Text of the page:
Over the summer, I took my eight-year-old daughter to see the Meet Kit, American Girl movie.
For the uninitiated, Kit is the Depression-era girl whose dad loses his job, moves away to look for work and the family ends up taking in boarders and keeping chickens to sell eggs to make ends meet.
While there are light-hearted moments, my almost-third-grader was deeply troubled by the main ideas in the movie -- total loss of money and comfortable lifestyle, not having enough to eat and people with more making fund of people with less. I tried to assure her then, as I did when she read the book earlier this year, that our family was OK.
"Mommy & Daddy have saved and worked hard for a long time so we will have food and a house and money for college. Don't worry, sweetie," I said.
In retrospect, I was a fool.
While I've been working part-time since "PunditGirl" joined our family, I started working full-time when I entered college at 17 and pretty much didn't step off that track until I was 42. Then it was back to "part-time" work at 45. That's a long haul. I thought I had a moderate and growing nest-egg, in addition to some money we've been trying to put away for her college fund. I was positive we were on the right track and that we were lucky to be in a stable financial position.
As a former securities lawyer, I should have known that greed in the world just gets bigger and bigger and that, ultimately, that sort of blind ambition doesn't stop at any cost. I knew that. I'd seen that first-hand. I should have known better than to trust that our government would make sure that market collapses of the past would never happen again.
How could I not have seen that we were in for even bigger problems, when I knew how hard Congress lobbied to make things easy for their big contributors and how regulations and safeguards had been watered down and chipped away at year after year, for the benefit of Barbarians at the Gate, Masters of the Universe and the Den of Thieves?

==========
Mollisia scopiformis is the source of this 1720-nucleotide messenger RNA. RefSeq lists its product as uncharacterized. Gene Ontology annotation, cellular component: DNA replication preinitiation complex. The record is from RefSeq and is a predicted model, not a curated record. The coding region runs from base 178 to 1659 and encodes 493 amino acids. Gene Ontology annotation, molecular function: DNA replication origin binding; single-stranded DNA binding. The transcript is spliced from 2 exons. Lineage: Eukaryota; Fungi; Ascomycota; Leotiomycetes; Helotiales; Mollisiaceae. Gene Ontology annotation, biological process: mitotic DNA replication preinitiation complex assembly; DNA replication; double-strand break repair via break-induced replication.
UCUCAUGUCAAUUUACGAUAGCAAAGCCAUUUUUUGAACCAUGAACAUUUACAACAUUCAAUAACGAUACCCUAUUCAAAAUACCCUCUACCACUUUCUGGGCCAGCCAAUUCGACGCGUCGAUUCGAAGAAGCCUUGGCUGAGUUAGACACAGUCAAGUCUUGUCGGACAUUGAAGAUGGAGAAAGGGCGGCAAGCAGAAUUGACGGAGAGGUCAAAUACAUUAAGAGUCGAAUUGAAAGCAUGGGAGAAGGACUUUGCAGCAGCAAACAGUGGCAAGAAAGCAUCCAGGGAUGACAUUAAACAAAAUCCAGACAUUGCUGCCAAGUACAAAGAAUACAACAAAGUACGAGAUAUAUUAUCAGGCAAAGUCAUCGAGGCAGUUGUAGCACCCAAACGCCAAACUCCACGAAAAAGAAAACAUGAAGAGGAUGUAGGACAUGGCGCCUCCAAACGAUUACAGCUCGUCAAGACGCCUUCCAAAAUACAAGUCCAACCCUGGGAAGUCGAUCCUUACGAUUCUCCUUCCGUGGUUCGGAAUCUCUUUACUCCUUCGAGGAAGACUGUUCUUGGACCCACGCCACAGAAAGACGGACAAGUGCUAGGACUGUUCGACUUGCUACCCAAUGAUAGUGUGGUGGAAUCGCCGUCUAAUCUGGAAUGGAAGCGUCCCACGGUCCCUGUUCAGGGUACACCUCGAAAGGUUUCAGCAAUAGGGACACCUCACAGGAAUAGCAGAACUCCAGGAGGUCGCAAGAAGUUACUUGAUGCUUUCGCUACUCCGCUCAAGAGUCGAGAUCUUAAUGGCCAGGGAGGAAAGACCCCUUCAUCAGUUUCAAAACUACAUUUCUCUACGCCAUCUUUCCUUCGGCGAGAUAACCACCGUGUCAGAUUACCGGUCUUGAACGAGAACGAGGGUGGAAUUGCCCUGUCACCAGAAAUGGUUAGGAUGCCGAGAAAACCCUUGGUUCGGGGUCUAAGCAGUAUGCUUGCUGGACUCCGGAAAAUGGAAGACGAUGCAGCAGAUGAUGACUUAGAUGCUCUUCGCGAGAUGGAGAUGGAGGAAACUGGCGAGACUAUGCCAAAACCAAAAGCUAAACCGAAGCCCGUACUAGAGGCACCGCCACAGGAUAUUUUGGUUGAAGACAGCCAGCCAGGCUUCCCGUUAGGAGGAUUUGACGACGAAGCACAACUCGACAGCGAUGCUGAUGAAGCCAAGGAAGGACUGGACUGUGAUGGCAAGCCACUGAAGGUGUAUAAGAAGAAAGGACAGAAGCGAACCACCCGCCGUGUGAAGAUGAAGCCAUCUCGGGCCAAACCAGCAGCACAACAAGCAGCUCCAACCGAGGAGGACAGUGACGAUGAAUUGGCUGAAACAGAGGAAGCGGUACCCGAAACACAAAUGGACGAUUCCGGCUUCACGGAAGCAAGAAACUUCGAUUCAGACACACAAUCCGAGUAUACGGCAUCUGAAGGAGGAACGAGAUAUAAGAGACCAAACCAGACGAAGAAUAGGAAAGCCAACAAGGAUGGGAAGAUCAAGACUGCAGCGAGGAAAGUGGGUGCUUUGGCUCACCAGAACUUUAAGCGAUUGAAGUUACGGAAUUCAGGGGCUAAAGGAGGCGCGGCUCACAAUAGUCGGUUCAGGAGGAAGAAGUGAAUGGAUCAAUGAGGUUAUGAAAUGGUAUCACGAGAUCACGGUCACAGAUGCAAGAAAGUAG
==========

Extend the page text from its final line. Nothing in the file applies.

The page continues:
But I really didn't think we would see a financial crisis like this in my lifetime. After seven years at the Securities and Exchange Commission, I should have known better. I should have acted sooner on my pledge to myself to further diversify the money I had invested. I told myself that when I turned 50, I would take care of that. Guess I shouldn't have literally waited for the day because if I had acted even a few weeks ago, I would feel a little better today.
So who should we be pointing fingers at? Not just Wall Street. All fingers should be pointed at the Bush administration and people like John McCain who tried to convince us -- and were able to manipulate the regulatory system -- that investment and commercial bankers only had all our best interests at heart. That less regulation and more economic freedom would create more wealth for all of us.
And with the ban on short-selling just lifted, it's no wonder that a tumbling stock market can't recover -- short sellers WANT the market to go down. That's their whole raison d'etre. If the SEC doesn't step in and stop the short sellers immediately, I shudder to think where the bottom of this market fall really will be.
But the truly scary thing is this --- if we do recover, how long will it be before we and our representatives forget these lessons yet again and decision-makers turn right back araound and start the same 'trust us, deregulation is good for you' song and dance?
Why did we forget the lessons of the dot.com bubble? Why did we push into the dusty corners of our minds the stories of greed and corruption on Wall Street?
And why do we keep electing the same types of people who will want to do this all over again if, and when, the economy "recovers?"
Even as things bounce up and down in the coming weeks with market valuation, tightening credit and belt-tightening, there's one thing we can do -- cast our votes in a few weeks for people who won't allow this to happen again. All 435 Congressmen and women are up for election and re-election, as is one-third of the Senate. Keep that in mind as you watch your savings blow away and remember that at least some of those who want your vote were responsible for creating the market conditions that made this possible.
Joanne Bamberger is an author and political commentator who blogs more about politics and current social issues at her place, PunditMom. Her political analysis this election season has been featured on CNN, Fox News, ABC.com, XM Radio POTUS '08, and more. As a former SEC Enforcement Attorney and Deputy Director of public Affairs, she's still trying to wrap her head around the current economic crisis.